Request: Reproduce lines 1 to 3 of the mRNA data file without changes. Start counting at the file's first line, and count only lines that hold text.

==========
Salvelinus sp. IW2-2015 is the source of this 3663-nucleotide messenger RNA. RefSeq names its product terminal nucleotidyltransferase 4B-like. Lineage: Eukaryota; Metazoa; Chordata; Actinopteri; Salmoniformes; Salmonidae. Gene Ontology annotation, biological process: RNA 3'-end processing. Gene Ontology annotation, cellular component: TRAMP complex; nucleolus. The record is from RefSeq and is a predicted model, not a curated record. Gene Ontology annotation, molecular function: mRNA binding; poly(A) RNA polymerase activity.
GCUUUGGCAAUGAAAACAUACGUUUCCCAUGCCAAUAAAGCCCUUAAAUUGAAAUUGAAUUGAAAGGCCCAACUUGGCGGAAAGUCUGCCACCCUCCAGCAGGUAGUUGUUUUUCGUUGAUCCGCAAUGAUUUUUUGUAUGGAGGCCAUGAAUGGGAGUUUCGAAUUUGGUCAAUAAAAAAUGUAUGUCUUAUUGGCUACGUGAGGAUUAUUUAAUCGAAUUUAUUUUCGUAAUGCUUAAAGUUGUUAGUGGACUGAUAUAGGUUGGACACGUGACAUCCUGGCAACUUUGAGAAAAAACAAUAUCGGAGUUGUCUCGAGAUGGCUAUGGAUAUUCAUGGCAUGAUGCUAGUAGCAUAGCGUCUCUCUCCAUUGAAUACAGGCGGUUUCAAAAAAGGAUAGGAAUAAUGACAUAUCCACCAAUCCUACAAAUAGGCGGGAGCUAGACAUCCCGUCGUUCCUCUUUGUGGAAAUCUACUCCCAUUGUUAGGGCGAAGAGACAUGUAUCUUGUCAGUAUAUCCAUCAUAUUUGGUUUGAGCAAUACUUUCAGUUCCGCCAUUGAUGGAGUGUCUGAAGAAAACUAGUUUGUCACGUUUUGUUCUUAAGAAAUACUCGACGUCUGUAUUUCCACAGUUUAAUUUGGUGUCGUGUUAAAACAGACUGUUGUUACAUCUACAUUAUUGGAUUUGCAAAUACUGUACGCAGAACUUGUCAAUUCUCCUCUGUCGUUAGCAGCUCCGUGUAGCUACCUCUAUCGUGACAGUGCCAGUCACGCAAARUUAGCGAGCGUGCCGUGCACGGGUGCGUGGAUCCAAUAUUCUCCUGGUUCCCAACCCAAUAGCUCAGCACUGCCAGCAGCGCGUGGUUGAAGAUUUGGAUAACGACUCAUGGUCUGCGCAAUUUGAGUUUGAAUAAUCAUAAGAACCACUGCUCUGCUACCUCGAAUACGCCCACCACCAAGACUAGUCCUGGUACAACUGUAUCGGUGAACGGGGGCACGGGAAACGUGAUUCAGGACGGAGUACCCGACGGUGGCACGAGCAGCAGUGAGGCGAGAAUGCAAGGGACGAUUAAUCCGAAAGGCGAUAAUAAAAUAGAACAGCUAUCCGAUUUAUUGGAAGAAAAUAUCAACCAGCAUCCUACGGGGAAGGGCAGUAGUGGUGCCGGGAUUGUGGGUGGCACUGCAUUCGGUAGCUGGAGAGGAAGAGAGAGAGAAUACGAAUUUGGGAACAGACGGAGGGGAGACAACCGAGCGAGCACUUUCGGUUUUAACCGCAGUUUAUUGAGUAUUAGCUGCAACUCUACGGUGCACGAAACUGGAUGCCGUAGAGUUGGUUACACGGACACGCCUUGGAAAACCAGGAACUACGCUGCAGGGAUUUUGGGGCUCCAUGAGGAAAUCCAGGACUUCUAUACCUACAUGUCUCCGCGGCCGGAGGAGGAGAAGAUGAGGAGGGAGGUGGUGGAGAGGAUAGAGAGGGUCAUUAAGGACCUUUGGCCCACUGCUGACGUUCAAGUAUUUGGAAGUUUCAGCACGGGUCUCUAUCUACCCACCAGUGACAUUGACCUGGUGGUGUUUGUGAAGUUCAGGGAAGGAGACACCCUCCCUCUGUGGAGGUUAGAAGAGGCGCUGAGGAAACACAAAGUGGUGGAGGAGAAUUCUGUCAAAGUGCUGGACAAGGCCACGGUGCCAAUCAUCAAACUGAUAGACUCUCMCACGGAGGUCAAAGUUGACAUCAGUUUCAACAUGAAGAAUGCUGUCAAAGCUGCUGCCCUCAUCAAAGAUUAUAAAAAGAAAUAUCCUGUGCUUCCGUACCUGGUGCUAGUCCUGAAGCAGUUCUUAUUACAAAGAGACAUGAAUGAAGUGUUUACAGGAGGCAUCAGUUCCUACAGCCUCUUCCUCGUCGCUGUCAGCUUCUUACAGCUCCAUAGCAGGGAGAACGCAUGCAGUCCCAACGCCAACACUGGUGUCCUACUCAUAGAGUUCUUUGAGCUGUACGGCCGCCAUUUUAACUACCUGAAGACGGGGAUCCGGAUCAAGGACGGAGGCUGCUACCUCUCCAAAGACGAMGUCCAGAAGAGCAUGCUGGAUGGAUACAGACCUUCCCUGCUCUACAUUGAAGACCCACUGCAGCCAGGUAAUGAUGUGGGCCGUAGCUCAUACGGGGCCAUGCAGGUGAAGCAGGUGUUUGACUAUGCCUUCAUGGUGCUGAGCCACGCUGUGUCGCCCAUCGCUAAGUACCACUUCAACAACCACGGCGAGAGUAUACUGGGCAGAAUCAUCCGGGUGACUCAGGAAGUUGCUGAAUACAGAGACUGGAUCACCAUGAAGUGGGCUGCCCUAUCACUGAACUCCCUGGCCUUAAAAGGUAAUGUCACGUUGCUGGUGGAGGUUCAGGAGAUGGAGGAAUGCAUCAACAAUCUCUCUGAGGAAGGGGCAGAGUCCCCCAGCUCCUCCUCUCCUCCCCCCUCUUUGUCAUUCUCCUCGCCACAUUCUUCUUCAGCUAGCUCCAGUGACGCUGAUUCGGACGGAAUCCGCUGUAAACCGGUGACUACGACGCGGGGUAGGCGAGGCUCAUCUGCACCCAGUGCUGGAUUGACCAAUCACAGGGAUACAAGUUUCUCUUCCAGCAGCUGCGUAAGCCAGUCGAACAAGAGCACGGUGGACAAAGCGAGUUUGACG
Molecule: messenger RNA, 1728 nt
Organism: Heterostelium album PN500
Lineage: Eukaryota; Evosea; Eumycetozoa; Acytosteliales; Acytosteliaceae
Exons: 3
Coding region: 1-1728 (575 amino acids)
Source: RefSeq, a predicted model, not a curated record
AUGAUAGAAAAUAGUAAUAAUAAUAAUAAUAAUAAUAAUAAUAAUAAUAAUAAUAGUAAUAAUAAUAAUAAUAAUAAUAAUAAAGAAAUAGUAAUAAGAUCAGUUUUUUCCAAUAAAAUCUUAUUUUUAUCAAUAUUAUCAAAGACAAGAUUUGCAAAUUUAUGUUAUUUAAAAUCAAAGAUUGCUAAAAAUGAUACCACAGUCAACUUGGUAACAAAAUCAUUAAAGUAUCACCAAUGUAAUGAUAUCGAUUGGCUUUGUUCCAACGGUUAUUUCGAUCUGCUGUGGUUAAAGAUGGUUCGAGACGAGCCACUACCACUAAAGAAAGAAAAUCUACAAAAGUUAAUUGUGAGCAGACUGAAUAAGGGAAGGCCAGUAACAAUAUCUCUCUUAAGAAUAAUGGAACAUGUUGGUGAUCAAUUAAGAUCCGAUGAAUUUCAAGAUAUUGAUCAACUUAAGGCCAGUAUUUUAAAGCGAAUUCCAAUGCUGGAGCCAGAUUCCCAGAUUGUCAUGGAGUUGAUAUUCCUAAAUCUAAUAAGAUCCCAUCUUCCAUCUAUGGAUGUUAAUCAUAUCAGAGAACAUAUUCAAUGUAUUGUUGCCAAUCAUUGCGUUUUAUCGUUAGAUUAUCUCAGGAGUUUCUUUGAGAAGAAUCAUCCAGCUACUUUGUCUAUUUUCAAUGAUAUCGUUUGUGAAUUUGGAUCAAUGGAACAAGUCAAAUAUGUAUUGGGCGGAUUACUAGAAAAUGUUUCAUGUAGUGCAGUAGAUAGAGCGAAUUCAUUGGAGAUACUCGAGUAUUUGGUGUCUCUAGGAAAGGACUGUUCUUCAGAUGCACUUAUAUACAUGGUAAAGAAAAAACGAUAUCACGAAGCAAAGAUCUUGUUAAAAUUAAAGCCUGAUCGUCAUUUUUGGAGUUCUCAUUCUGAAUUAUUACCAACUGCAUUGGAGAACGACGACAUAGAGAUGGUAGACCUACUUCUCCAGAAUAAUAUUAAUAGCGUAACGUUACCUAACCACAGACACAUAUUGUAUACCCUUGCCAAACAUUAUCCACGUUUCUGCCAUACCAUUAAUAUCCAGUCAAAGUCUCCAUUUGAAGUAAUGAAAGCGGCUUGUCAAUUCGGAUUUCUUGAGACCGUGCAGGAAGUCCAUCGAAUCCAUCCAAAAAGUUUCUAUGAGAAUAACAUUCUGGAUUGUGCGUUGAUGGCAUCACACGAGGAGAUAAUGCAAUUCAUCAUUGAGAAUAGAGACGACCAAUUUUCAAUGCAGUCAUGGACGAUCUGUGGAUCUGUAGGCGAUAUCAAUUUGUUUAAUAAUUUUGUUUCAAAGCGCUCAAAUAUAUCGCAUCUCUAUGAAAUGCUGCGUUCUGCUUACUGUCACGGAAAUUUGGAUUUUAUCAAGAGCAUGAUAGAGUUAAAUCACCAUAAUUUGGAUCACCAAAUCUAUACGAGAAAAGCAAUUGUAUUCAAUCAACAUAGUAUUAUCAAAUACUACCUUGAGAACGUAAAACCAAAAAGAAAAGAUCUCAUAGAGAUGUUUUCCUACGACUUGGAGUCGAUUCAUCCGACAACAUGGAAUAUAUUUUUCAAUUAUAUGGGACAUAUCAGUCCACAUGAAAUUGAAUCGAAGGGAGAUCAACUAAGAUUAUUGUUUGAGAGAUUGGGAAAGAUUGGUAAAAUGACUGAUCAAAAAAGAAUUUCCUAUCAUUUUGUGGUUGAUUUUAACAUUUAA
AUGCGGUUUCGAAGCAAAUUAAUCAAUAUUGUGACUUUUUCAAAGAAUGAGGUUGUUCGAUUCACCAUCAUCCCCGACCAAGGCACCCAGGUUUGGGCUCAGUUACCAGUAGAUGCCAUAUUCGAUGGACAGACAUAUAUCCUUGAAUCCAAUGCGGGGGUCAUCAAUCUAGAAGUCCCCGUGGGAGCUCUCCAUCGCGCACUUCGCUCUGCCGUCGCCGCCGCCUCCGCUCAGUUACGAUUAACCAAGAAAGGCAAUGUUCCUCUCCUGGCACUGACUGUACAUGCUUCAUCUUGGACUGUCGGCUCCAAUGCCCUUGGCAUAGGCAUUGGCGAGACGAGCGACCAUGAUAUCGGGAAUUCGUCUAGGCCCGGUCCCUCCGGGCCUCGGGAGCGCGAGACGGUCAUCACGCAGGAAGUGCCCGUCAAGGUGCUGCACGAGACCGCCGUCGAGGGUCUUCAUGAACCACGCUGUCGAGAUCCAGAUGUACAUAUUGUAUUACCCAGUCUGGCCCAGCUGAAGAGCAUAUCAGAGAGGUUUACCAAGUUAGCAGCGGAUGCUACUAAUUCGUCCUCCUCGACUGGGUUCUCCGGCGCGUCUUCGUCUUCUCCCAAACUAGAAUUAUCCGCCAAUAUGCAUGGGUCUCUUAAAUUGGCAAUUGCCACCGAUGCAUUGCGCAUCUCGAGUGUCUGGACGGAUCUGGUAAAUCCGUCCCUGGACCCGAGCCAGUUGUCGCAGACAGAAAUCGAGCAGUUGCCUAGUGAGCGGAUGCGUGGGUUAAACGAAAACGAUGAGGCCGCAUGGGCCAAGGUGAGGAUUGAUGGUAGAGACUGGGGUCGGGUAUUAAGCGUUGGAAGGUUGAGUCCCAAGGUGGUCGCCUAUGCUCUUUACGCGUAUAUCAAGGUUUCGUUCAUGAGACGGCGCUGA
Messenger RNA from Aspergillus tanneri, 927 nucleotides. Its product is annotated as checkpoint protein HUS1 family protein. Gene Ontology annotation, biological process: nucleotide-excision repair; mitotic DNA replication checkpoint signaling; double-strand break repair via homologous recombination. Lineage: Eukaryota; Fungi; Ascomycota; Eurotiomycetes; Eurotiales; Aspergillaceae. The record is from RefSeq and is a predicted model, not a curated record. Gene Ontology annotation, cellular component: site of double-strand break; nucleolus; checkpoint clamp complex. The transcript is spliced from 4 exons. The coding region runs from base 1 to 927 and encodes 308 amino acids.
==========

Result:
Salvelinus sp. IW2-2015 is the source of this 3663-nucleotide messenger RNA. RefSeq names its product terminal nucleotidyltransferase 4B-like. Lineage: Eukaryota; Metazoa; Chordata; Actinopteri; Salmoniformes; Salmonidae. Gene Ontology annotation, biological process: RNA 3'-end processing. Gene Ontology annotation, cellular component: TRAMP complex; nucleolus. The record is from RefSeq and is a predicted model, not a curated record. Gene Ontology annotation, molecular function: mRNA binding; poly(A) RNA polymerase activity.
GCUUUGGCAAUGAAAACAUACGUUUCCCAUGCCAAUAAAGCCCUUAAAUUGAAAUUGAAUUGAAAGGCCCAACUUGGCGGAAAGUCUGCCACCCUCCAGCAGGUAGUUGUUUUUCGUUGAUCCGCAAUGAUUUUUUGUAUGGAGGCCAUGAAUGGGAGUUUCGAAUUUGGUCAAUAAAAAAUGUAUGUCUUAUUGGCUACGUGAGGAUUAUUUAAUCGAAUUUAUUUUCGUAAUGCUUAAAGUUGUUAGUGGACUGAUAUAGGUUGGACACGUGACAUCCUGGCAACUUUGAGAAAAAACAAUAUCGGAGUUGUCUCGAGAUGGCUAUGGAUAUUCAUGGCAUGAUGCUAGUAGCAUAGCGUCUCUCUCCAUUGAAUACAGGCGGUUUCAAAAAAGGAUAGGAAUAAUGACAUAUCCACCAAUCCUACAAAUAGGCGGGAGCUAGACAUCCCGUCGUUCCUCUUUGUGGAAAUCUACUCCCAUUGUUAGGGCGAAGAGACAUGUAUCUUGUCAGUAUAUCCAUCAUAUUUGGUUUGAGCAAUACUUUCAGUUCCGCCAUUGAUGGAGUGUCUGAAGAAAACUAGUUUGUCACGUUUUGUUCUUAAGAAAUACUCGACGUCUGUAUUUCCACAGUUUAAUUUGGUGUCGUGUUAAAACAGACUGUUGUUACAUCUACAUUAUUGGAUUUGCAAAUACUGUACGCAGAACUUGUCAAUUCUCCUCUGUCGUUAGCAGCUCCGUGUAGCUACCUCUAUCGUGACAGUGCCAGUCACGCAAARUUAGCGAGCGUGCCGUGCACGGGUGCGUGGAUCCAAUAUUCUCCUGGUUCCCAACCCAAUAGCUCAGCACUGCCAGCAGCGCGUGGUUGAAGAUUUGGAUAACGACUCAUGGUCUGCGCAAUUUGAGUUUGAAUAAUCAUAAGAACCACUGCUCUGCUACCUCGAAUACGCCCACCACCAAGACUAGUCCUGGUACAACUGUAUCGGUGAACGGGGGCACGGGAAACGUGAUUCAGGACGGAGUACCCGACGGUGGCACGAGCAGCAGUGAGGCGAGAAUGCAAGGGACGAUUAAUCCGAAAGGCGAUAAUAAAAUAGAACAGCUAUCCGAUUUAUUGGAAGAAAAUAUCAACCAGCAUCCUACGGGGAAGGGCAGUAGUGGUGCCGGGAUUGUGGGUGGCACUGCAUUCGGUAGCUGGAGAGGAAGAGAGAGAGAAUACGAAUUUGGGAACAGACGGAGGGGAGACAACCGAGCGAGCACUUUCGGUUUUAACCGCAGUUUAUUGAGUAUUAGCUGCAACUCUACGGUGCACGAAACUGGAUGCCGUAGAGUUGGUUACACGGACACGCCUUGGAAAACCAGGAACUACGCUGCAGGGAUUUUGGGGCUCCAUGAGGAAAUCCAGGACUUCUAUACCUACAUGUCUCCGCGGCCGGAGGAGGAGAAGAUGAGGAGGGAGGUGGUGGAGAGGAUAGAGAGGGUCAUUAAGGACCUUUGGCCCACUGCUGACGUUCAAGUAUUUGGAAGUUUCAGCACGGGUCUCUAUCUACCCACCAGUGACAUUGACCUGGUGGUGUUUGUGAAGUUCAGGGAAGGAGACACCCUCCCUCUGUGGAGGUUAGAAGAGGCGCUGAGGAAACACAAAGUGGUGGAGGAGAAUUCUGUCAAAGUGCUGGACAAGGCCACGGUGCCAAUCAUCAAACUGAUAGACUCUCMCACGGAGGUCAAAGUUGACAUCAGUUUCAACAUGAAGAAUGCUGUCAAAGCUGCUGCCCUCAUCAAAGAUUAUAAAAAGAAAUAUCCUGUGCUUCCGUACCUGGUGCUAGUCCUGAAGCAGUUCUUAUUACAAAGAGACAUGAAUGAAGUGUUUACAGGAGGCAUCAGUUCCUACAGCCUCUUCCUCGUCGCUGUCAGCUUCUUACAGCUCCAUAGCAGGGAGAACGCAUGCAGUCCCAACGCCAACACUGGUGUCCUACUCAUAGAGUUCUUUGAGCUGUACGGCCGCCAUUUUAACUACCUGAAGACGGGGAUCCGGAUCAAGGACGGAGGCUGCUACCUCUCCAAAGACGAMGUCCAGAAGAGCAUGCUGGAUGGAUACAGACCUUCCCUGCUCUACAUUGAAGACCCACUGCAGCCAGGUAAUGAUGUGGGCCGUAGCUCAUACGGGGCCAUGCAGGUGAAGCAGGUGUUUGACUAUGCCUUCAUGGUGCUGAGCCACGCUGUGUCGCCCAUCGCUAAGUACCACUUCAACAACCACGGCGAGAGUAUACUGGGCAGAAUCAUCCGGGUGACUCAGGAAGUUGCUGAAUACAGAGACUGGAUCACCAUGAAGUGGGCUGCCCUAUCACUGAACUCCCUGGCCUUAAAAGGUAAUGUCACGUUGCUGGUGGAGGUUCAGGAGAUGGAGGAAUGCAUCAACAAUCUCUCUGAGGAAGGGGCAGAGUCCCCCAGCUCCUCCUCUCCUCCCCCCUCUUUGUCAUUCUCCUCGCCACAUUCUUCUUCAGCUAGCUCCAGUGACGCUGAUUCGGACGGAAUCCGCUGUAAACCGGUGACUACGACGCGGGGUAGGCGAGGCUCAUCUGCACCCAGUGCUGGAUUGACCAAUCACAGGGAUACAAGUUUCUCUUCCAGCAGCUGCGUAAGCCAGUCGAACAAGAGCACGGUGGACAAAGCGAGUUUGACG
Molecule: messenger RNA, 1728 nt